The Astrobase can be constructed along three axes. Your crew can expand the base by building modules or contract it by salvaging them. They can add or remove functionality by building up or tearing down sections in the modules. They can even build ships that lets you explore the galaxy.
You choose what to build and when to build it. The crew needs to rest and they need to breathe, do you rush the construction of the Enlisted Quarters or the Air Pump first? What’s the optimal placement of the new module? Is it better to have the Plasma Reactor closer to storage or to the crew’s quarters? Keep the station well maintained and stocked with supplies or disastrous consequences may result.
Characters - Your crew make their own decisions as they interact with each other and the world around them.
Full AI lifecycle - They work, eat, sleep, use the bathroom, relax, and socialize all as part of their daily lives.
Morale - Your crew can get exhausted, or suffer from low morale which affects the quality of their lives and how they perform tasks.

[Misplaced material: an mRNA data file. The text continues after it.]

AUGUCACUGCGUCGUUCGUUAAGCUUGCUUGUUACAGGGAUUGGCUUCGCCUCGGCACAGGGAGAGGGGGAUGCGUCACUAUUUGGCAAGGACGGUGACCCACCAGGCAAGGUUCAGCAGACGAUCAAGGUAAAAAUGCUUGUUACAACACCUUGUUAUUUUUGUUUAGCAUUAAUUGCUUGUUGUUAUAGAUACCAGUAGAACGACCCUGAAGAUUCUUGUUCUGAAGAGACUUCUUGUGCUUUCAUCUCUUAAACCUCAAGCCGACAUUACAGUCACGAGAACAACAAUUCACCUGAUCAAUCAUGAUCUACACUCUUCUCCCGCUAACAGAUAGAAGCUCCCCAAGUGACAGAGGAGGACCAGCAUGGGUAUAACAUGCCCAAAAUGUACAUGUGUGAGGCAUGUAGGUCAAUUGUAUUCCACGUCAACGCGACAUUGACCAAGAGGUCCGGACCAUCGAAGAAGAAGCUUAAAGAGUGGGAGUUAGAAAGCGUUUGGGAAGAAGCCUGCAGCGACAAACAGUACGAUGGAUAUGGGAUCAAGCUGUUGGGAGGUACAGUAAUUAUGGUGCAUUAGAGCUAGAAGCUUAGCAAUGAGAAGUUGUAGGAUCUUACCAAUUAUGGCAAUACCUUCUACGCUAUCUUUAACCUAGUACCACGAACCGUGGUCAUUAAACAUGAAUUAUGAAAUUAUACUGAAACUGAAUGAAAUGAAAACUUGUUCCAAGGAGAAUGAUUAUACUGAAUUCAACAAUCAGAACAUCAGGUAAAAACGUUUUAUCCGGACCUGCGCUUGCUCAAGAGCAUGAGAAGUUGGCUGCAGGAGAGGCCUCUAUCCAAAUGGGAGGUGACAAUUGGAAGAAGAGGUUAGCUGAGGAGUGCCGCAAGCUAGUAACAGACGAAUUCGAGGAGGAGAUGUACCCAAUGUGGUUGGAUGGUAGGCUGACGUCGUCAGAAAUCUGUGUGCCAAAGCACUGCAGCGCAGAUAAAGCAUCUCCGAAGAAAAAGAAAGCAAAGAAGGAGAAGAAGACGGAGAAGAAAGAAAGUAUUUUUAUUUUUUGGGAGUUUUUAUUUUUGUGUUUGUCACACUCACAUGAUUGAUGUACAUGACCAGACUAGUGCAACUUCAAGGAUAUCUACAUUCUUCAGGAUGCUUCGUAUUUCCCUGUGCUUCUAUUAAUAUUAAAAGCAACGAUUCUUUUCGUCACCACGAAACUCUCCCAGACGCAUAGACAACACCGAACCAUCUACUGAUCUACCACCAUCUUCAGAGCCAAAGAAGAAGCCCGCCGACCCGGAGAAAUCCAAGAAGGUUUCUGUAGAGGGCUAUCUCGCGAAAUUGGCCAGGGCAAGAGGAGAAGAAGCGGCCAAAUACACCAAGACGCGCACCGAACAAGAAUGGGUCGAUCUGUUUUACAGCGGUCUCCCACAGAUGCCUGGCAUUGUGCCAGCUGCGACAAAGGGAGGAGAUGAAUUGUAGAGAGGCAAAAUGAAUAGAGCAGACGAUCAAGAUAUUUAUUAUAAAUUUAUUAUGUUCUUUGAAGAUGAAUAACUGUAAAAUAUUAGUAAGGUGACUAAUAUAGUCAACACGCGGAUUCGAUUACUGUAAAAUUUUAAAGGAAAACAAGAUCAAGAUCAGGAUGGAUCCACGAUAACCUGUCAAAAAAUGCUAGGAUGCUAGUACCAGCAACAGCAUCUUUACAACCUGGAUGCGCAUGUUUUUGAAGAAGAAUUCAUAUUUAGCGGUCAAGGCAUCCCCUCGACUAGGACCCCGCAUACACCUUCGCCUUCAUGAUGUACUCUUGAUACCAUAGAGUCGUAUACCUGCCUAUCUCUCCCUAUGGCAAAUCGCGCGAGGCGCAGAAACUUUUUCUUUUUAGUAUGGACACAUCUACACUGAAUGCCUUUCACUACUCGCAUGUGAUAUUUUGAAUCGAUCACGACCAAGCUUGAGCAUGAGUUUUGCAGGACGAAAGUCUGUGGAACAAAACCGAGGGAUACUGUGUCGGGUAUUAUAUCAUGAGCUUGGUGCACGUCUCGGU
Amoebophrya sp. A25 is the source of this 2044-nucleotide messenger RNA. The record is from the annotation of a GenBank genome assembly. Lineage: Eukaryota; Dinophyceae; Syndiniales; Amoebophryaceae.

Relationships - Your crew form personal, professional, and romantic relationships. The relationships can be either positive or negative based on how their personalities and actions align.
Your crew live their own lives on the Astrobase. They have things to do and people to meet. Exactly how well they perform depends on how good they fit into their job, what adventures they’ve had, and what horrors they have survived; even how well matched they are with their peers matters, some will become romantic partners while others become bitter work rivals.
You will run into stumbling blocks, maybe your crew is exhausted because you’ve pushed them too hard, or low morale makes slacking off more enticing, or maybe Jenkins and Rodriguez spend too much time arguing while the Fission Reactor goes critical. Figure out your problems and fix them!